There have been a number of more recent links to ESP. The British dowser John Pimms claims that he often possesses knowledge of the location in which water will later be found before he starts his actual dowsing. The French dowser Abbe Bouly states that when he is engaged in dowsing he often receives a visual impression of an underground stream. This is similar to the impressions received by extrasensory perceivers when they obtain hidden knowledge. In fact, a noted British extrasensory perceiver specializing in clairvoyance and psychometry or object-reading says:
“On one occasion, E.S.P. turned me into a water diviner and I proved rather more successful than a professional geologist. . . . I had a strong E.S.P. impression and led [a farmer] to a certain spot. . . . I remember that the impressions in this case interpreted themselves to my conscious mind with the sound of a stream trickling. . . . I walked straight to the spot.”—Clock Without Hands.
Thus writers on ESP phenomena often include dowsing or the divining rod in their books or articles. One reason they do this is because of the success of map-dowsing. In this operation the dowser holds his twig or pendulum over a map and by its reaction finds water. Noted American dowser Henry Gross, whether holding his forked twig over a map or directly over land, simply talks to it, and the twig responds. Kenneth Roberts writes about this:
“He raises his rod and asks (either silently or aloud) , ‘Where is the nearest vein of water from the spot on which I stand?’ He then turns slowly, with his rod poised before him. When the rod turns violently forward and downward, he is facing the nearest spot of the nearest vein. Then, unless he wishes to walk to that spot, he asks further questions until he has learned all he wishes to know about the vein. . . . When Henry dowses a map or a sketch of a piece of land from a distance, the operation is essentially the same.”—The Seventh Sense.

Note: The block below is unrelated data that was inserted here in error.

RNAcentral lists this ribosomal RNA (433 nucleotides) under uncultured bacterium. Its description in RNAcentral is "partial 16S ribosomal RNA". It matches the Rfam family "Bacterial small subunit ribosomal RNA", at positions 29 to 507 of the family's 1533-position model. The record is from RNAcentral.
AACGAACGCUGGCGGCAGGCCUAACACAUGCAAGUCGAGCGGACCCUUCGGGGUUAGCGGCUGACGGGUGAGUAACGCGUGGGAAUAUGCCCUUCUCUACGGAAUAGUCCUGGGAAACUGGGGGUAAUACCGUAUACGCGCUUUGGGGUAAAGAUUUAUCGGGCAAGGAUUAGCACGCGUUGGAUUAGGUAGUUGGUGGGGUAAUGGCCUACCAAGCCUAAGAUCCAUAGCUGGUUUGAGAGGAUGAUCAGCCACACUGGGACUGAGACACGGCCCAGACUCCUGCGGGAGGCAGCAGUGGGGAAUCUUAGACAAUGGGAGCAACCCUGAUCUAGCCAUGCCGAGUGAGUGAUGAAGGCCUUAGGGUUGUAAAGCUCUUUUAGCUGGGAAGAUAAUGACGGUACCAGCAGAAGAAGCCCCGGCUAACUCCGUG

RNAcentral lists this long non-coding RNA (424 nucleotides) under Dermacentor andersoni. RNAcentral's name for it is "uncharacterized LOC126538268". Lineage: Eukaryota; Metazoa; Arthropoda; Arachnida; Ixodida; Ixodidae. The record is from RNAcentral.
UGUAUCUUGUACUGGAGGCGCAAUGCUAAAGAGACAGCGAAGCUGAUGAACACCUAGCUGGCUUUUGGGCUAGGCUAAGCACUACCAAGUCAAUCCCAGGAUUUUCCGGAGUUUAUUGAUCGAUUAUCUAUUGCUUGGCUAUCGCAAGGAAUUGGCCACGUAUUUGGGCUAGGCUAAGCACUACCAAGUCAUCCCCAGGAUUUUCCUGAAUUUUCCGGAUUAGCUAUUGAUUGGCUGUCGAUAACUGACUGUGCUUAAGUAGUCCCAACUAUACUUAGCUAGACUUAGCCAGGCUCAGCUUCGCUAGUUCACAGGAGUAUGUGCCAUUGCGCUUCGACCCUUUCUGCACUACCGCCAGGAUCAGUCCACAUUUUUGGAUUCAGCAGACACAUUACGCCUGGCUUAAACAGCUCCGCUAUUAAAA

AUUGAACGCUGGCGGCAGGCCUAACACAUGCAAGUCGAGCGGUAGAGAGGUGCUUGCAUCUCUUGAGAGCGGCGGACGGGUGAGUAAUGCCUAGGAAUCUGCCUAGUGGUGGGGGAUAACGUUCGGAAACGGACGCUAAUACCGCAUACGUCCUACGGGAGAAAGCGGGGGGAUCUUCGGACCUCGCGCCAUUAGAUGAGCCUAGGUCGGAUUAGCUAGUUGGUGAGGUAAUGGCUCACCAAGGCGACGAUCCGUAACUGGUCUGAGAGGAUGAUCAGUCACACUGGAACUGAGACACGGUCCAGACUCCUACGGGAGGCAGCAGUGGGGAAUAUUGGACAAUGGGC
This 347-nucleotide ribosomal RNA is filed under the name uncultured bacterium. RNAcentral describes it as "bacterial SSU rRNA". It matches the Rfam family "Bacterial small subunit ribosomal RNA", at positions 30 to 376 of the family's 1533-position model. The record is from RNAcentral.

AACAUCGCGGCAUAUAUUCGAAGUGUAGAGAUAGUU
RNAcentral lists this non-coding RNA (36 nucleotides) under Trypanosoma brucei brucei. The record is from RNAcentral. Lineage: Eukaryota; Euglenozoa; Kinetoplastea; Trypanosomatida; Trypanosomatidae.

Not only is the success of map dowsing a most serious objection to the electric-energy theory but so is the fact that dowsing methods are used to find many hidden things. Some prospect for oil or gold; if the forked twig is not used, the dowser may carry only a small bottle of oil or a gold coin—not that this is needed, since a scrap of paper with the words “gold” or “oil” will often act as a “directive.” According to experienced dowser K. W. Merrylees, the only limits to the use of dowsing methods are the limits which are imposed by the dowser’s own mind. He says: “Whatever special line a dowser may seek to follow, water, minerals, missing people or diseases and treatment, none will surely succeed unless he or she possesses sensitivity of mind, experience and confidence.”
Those who have experience and “sensitivity” may use their rod or pendulum to find missing people or even criminals. Many accounts of this use of the rod are found in The Journal of the British Society of Dowsers. An account of a dowser’s tracking down a criminal appears in the book The Extra-Sensory Mind, which reports that the dowser took his rod into a cellar where a killing had taken place. The rod began to swirl violently in his hand. Guided by its movements, the dowser tracked down the murderer into southern France. When searching for a missing person, some object belonging to that person will act as a “directive.” This is similar to the ESP method of divining called psychometry; rather than merely touch the object, the dowser places the rod over the object and is guided by its reaction.
Wicked spirit powers have clearly taken advantage of some who use the divining rod. Though one cannot dogmatically say that all who have picked up a forked twig have been under demon control, would a Christian indulge in something he knows the demons are using to ensnare people? For his own protection, as well as not to be a cause of stumbling, the true Christian would want to refrain from water witching.
PSYCHIC HEALING, RADIESTHESIA, RADIONICS
When the methods of the dowser are used to diagnose and treat illness, the forked twig is replaced by the pendulum. But some, as in the case of a few dowsers, feel sensations in their hands and thus rely on sensations alone. So the methods vary considerably, from the mere touch of the hand, the use of a pendulum to the use of complicated machines. The practice is generally embraced by the term radiesthesia, literally meaning “sensitivity to radiations.” The Catholic priests of France were leaders in extending the use of the pendulum to such things as selecting remedies and for estimating the dosage required.